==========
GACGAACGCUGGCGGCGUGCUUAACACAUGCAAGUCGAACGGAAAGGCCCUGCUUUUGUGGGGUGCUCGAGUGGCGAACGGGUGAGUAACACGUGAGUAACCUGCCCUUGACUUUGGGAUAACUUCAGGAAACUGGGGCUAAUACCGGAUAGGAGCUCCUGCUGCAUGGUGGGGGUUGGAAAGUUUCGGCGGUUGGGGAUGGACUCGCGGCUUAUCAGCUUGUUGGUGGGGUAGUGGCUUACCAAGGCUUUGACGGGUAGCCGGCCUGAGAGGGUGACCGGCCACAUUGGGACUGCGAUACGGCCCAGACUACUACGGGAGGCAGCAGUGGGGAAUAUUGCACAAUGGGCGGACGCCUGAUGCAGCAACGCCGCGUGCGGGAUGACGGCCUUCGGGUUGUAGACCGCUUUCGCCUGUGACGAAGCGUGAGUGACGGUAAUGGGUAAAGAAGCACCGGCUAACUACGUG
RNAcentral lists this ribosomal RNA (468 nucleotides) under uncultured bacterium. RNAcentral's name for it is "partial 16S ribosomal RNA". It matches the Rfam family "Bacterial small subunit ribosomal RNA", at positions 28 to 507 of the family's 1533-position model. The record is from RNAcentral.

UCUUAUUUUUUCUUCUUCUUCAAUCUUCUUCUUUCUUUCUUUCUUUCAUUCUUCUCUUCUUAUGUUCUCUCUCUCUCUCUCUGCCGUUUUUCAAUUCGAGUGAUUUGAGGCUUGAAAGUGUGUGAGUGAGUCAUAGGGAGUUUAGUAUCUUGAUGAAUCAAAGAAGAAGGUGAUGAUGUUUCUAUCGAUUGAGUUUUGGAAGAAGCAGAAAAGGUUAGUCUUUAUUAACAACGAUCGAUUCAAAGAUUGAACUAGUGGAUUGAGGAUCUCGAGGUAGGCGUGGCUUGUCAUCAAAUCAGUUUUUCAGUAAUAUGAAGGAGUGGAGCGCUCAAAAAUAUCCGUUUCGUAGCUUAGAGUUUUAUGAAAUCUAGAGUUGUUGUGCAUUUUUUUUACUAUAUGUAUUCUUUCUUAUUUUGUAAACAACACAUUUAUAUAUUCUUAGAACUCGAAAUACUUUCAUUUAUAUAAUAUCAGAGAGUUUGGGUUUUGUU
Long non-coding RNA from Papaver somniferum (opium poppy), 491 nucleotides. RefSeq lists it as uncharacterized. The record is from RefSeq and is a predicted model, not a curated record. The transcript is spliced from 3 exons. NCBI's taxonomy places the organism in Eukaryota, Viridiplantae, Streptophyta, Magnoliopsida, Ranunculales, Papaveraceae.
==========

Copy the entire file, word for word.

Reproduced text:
GACGAACGCUGGCGGCGUGCUUAACACAUGCAAGUCGAACGGAAAGGCCCUGCUUUUGUGGGGUGCUCGAGUGGCGAACGGGUGAGUAACACGUGAGUAACCUGCCCUUGACUUUGGGAUAACUUCAGGAAACUGGGGCUAAUACCGGAUAGGAGCUCCUGCUGCAUGGUGGGGGUUGGAAAGUUUCGGCGGUUGGGGAUGGACUCGCGGCUUAUCAGCUUGUUGGUGGGGUAGUGGCUUACCAAGGCUUUGACGGGUAGCCGGCCUGAGAGGGUGACCGGCCACAUUGGGACUGCGAUACGGCCCAGACUACUACGGGAGGCAGCAGUGGGGAAUAUUGCACAAUGGGCGGACGCCUGAUGCAGCAACGCCGCGUGCGGGAUGACGGCCUUCGGGUUGUAGACCGCUUUCGCCUGUGACGAAGCGUGAGUGACGGUAAUGGGUAAAGAAGCACCGGCUAACUACGUG
RNAcentral lists this ribosomal RNA (468 nucleotides) under uncultured bacterium. RNAcentral's name for it is "partial 16S ribosomal RNA". It matches the Rfam family "Bacterial small subunit ribosomal RNA", at positions 28 to 507 of the family's 1533-position model. The record is from RNAcentral.

UCUUAUUUUUUCUUCUUCUUCAAUCUUCUUCUUUCUUUCUUUCUUUCAUUCUUCUCUUCUUAUGUUCUCUCUCUCUCUCUCUGCCGUUUUUCAAUUCGAGUGAUUUGAGGCUUGAAAGUGUGUGAGUGAGUCAUAGGGAGUUUAGUAUCUUGAUGAAUCAAAGAAGAAGGUGAUGAUGUUUCUAUCGAUUGAGUUUUGGAAGAAGCAGAAAAGGUUAGUCUUUAUUAACAACGAUCGAUUCAAAGAUUGAACUAGUGGAUUGAGGAUCUCGAGGUAGGCGUGGCUUGUCAUCAAAUCAGUUUUUCAGUAAUAUGAAGGAGUGGAGCGCUCAAAAAUAUCCGUUUCGUAGCUUAGAGUUUUAUGAAAUCUAGAGUUGUUGUGCAUUUUUUUUACUAUAUGUAUUCUUUCUUAUUUUGUAAACAACACAUUUAUAUAUUCUUAGAACUCGAAAUACUUUCAUUUAUAUAAUAUCAGAGAGUUUGGGUUUUGUU
Long non-coding RNA from Papaver somniferum (opium poppy), 491 nucleotides. RefSeq lists it as uncharacterized. The record is from RefSeq and is a predicted model, not a curated record. The transcript is spliced from 3 exons. NCBI's taxonomy places the organism in Eukaryota, Viridiplantae, Streptophyta, Magnoliopsida, Ranunculales, Papaveraceae.